From the fall 2001 Roger Bacon High School Reunion magazine:
Before taking on the responsibilities of the presidency of Roger Bacon, Fr. Bill Farris and two friends went hiking in the Sierra Nevadas. Somewhat on their own, the three hikers traversed the mountains, confronting the ordinary problems of life in the wilderness. With some of the same wariness he experienced during his mountain trailblazing, Fr. Bill approaches the task of filling a position that has never before existed and for which there is no
clear-cut definition or map. Although he approaches each day without an exact certainty of what others may expect of this
brand-new position, he definitely understands his self-expectations, expectations that he has spent a lifetime clarifying and meeting.
Movement, change, risk-taking--these have been a part of Fr. Bill's life from his earliest memories. Born in 1950 in Prairie du Chien, Wisconsin, young Bill Farris along with his growing family (Fr. Bill is the second of seven children), moved to Cedar Rapids, Iowa, when he was two. Nine years later, the Farris family decamped again and settled in South Bend, Indiana. Then, at the age of 14, Bill left home and traveled to Cincinnati to begin his high school studies at St. Francis Seminary. After four years at the high school seminary, Bill Farris and his classmates traveled north to Southfield, Michigan, and in 1973, he received his BA. from Duns Scotus College. In 1977, he was ordained and two years later received his M.A. in English literature from the University of Detroit.
Work in two important ministries for the Franciscans preceded Fr. Bill's arrival in St. Bernard this summer. From 1979 to 1989, he was the formation director of the province, charged with implanting Franciscan values in the minds and hearts of men aspiring to become friars. Then in 1990, Fr. Bill moved into parish work, first as an assistant pastor at Corpus Christi Parish in Cincinnati and subsequently as pastor of St Louis Parish in Batesville from 1993 until this past June. These previous experiences may have been the perfect preparation for his work at Roger Bacon, according to Fr. Fred Link, Franciscan Provincial. "The combination of Fr. Bill's work in formation and more recently in parish work will make him a good advocate for Franciscanism at Roger Bacon. He will be able to inculcate the spirit of Francis in young people, an education not only of the mind but also of the heart."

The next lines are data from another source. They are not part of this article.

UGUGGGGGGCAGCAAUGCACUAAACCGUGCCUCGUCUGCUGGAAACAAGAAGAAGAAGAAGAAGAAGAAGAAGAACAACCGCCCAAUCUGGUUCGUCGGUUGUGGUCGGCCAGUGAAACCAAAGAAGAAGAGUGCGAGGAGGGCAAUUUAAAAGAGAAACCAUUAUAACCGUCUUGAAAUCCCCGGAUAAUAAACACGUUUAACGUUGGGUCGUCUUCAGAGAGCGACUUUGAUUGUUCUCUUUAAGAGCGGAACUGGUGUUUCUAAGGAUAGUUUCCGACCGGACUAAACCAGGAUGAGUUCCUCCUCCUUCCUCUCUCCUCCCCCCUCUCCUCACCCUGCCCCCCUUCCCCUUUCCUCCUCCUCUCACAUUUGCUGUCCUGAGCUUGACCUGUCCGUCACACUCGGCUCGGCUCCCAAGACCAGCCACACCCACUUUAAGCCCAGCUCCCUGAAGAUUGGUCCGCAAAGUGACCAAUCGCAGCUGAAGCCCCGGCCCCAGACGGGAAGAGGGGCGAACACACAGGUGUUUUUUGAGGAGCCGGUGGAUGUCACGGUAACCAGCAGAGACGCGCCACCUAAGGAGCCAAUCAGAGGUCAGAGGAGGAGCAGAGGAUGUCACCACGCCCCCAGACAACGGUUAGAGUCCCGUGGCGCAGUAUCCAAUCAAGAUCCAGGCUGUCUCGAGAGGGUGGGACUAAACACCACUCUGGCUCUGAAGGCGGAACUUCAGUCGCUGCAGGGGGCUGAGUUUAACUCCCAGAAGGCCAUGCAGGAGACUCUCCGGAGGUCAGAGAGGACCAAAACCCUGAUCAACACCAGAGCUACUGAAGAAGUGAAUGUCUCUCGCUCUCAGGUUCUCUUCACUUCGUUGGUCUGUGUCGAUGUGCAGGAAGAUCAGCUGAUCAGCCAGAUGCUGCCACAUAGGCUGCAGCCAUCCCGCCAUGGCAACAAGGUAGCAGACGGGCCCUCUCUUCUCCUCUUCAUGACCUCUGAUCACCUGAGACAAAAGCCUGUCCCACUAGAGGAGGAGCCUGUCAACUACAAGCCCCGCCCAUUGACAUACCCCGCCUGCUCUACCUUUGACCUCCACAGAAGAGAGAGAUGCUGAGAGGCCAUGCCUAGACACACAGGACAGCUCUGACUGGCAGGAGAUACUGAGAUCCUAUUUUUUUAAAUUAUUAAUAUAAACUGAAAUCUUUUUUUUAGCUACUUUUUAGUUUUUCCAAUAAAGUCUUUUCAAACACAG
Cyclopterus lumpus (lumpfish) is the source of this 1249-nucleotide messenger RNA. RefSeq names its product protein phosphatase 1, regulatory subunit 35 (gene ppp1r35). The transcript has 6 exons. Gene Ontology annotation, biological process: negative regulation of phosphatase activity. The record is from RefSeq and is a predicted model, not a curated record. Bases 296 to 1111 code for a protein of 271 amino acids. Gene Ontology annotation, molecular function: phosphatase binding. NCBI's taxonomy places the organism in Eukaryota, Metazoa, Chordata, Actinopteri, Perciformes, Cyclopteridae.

Fr Bill's journeys around the upper Midwest throughout the course of his life reflect the spiritual and intellectual pilgrimage he embarked on as a youngster in South Bend. A chance meeting with the Franciscan vocation director while Fr. Bill was still in grade school began a relationship that would grow and flourish throughout the remainder of his life. During his school days, Fr. Bill felt the magnetism of St. Francis' appreciation of people as individuals, not as members of a group or class, a revolutionary idea in Francis' days. Yet, somewhat paradoxically, the young seminarian also felt drawn to the communal aspects of Franciscan spirituality. Consequently, while feeling very much a part of the Franciscan community, he also felt that the friars valued him as an individual. "I credit Fr David Turnbull, my high school algebra teacher, with increasing my confidence and
self-respect. While attending summer classes at Notre Dame, he would come over to our house and visit with my family and me. That meant a lot to me as a young boy. Also, Fr. Aubert Grieser, another teacher from my high school days, rekindled an interest that I had in music. I played the trumpet and actually joined the Batesville community band while I was stationed at St. Louis Church." For Fr. Bill, this early appreciation of him and his talents reflects the Franciscan respect for the uniqueness of a person, and this, in turn, has shaped Fr. Bill's vision of what makes Franciscanism distinctive.